Clash of Steel
for Military History & Aviation enthusiasts

Translate this Page

Search :

The Crimean War

War Name : The Crimean War

Date(s) : 1853 - 1856


A disagreement between Russian Orthodox and Roman Catholic priests in Jerusalem was Russia's excuse for claiming the right to protect all Christians in the Ottoman empire. Turkey refused this 'right' and, when Russia invaded the Dunubian principalities, Turkey declared war on Russia on the 4th October 1853. Both Britain and France were concerned about Russian expansionism and declared war on Russia in March 1854.
Early allied concentration was at Varna on the west coast of the Black Sea but Russian withdrawal from the seige of Silistria left them without a clear target. Allied Government decision was to attack the Russian naval base at Sebastapol.
Sebastapol was evacuated by the Russians on the 9th September 1855 only 5 days less than a year after the allies landed in the Crimea.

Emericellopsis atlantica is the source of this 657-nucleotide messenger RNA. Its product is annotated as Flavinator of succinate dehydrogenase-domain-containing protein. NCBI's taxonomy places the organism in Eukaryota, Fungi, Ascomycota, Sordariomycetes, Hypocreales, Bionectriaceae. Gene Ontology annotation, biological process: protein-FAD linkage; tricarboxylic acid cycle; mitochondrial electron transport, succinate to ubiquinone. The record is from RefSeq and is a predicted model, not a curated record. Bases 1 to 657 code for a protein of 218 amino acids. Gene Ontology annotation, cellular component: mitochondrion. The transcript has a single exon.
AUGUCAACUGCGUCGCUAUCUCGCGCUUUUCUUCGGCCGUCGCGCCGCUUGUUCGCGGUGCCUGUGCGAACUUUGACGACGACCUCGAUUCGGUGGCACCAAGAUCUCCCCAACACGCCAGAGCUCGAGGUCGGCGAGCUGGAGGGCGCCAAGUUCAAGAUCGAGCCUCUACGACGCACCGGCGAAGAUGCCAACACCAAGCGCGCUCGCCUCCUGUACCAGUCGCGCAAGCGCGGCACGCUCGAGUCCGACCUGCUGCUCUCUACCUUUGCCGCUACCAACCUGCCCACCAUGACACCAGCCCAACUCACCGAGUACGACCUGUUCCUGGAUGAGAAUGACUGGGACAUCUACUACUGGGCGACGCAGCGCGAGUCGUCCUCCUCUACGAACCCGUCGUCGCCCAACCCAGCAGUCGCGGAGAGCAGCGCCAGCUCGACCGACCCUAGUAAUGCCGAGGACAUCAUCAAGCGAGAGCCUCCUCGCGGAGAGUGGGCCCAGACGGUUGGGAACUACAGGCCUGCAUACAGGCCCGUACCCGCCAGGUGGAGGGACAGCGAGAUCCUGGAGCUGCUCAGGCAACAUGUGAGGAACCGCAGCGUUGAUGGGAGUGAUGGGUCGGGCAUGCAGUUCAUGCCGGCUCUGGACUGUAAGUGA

In addition to the military campaign on the Crimean peninsular fighting also occurred in the lower Danube basin and in the foothills of the Caucasus mountains. At sea, naval actions took place in the Baltic Sea, on Russia's Pacific coast and elsewhere.
The importance of the Crimean War was largely in its consequences. The appalling failure to support troops in the field with even the basic necessities of life was highlighted. Of the 18,058 deaths only 1761 were killed by enemy action, the other 16,297 died from wounds or disease. Some units lost as much as 60 per cent of their men to disease in the first nine months of the campaign.
The long lasting psychological effects on the nation of the 'glorious events' which have passed into folklore cannot be over-estimated. The effects are seen in terms of recruitment and fighting spirit of people brought up to belive in 'The Thin Red Line' and the 'Charge of the Light Brigade'.

Also includes the following